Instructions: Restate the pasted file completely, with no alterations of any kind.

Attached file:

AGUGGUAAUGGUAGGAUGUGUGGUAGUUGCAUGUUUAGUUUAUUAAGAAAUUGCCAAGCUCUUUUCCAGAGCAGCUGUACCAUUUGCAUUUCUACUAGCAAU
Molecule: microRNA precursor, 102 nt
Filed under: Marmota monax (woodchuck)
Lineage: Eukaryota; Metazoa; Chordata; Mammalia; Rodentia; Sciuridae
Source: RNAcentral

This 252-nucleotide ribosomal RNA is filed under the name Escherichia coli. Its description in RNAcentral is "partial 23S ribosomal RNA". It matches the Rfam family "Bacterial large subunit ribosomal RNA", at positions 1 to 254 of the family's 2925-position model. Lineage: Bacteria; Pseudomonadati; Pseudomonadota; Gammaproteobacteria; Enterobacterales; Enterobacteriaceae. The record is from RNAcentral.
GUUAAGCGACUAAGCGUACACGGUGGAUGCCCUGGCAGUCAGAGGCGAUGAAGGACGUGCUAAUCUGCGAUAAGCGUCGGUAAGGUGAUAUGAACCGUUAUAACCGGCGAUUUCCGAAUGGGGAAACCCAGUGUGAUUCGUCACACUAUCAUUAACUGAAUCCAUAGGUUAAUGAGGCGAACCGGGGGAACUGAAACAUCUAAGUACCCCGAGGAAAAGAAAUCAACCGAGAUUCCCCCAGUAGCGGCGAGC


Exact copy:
AGUGGUAAUGGUAGGAUGUGUGGUAGUUGCAUGUUUAGUUUAUUAAGAAAUUGCCAAGCUCUUUUCCAGAGCAGCUGUACCAUUUGCAUUUCUACUAGCAAU
Molecule: microRNA precursor, 102 nt
Filed under: Marmota monax (woodchuck)
Lineage: Eukaryota; Metazoa; Chordata; Mammalia; Rodentia; Sciuridae
Source: RNAcentral

This 252-nucleotide ribosomal RNA is filed under the name Escherichia coli. Its description in RNAcentral is "partial 23S ribosomal RNA". It matches the Rfam family "Bacterial large subunit ribosomal RNA", at positions 1 to 254 of the family's 2925-position model. Lineage: Bacteria; Pseudomonadati; Pseudomonadota; Gammaproteobacteria; Enterobacterales; Enterobacteriaceae. The record is from RNAcentral.
GUUAAGCGACUAAGCGUACACGGUGGAUGCCCUGGCAGUCAGAGGCGAUGAAGGACGUGCUAAUCUGCGAUAAGCGUCGGUAAGGUGAUAUGAACCGUUAUAACCGGCGAUUUCCGAAUGGGGAAACCCAGUGUGAUUCGUCACACUAUCAUUAACUGAAUCCAUAGGUUAAUGAGGCGAACCGGGGGAACUGAAACAUCUAAGUACCCCGAGGAAAAGAAAUCAACCGAGAUUCCCCCAGUAGCGGCGAGC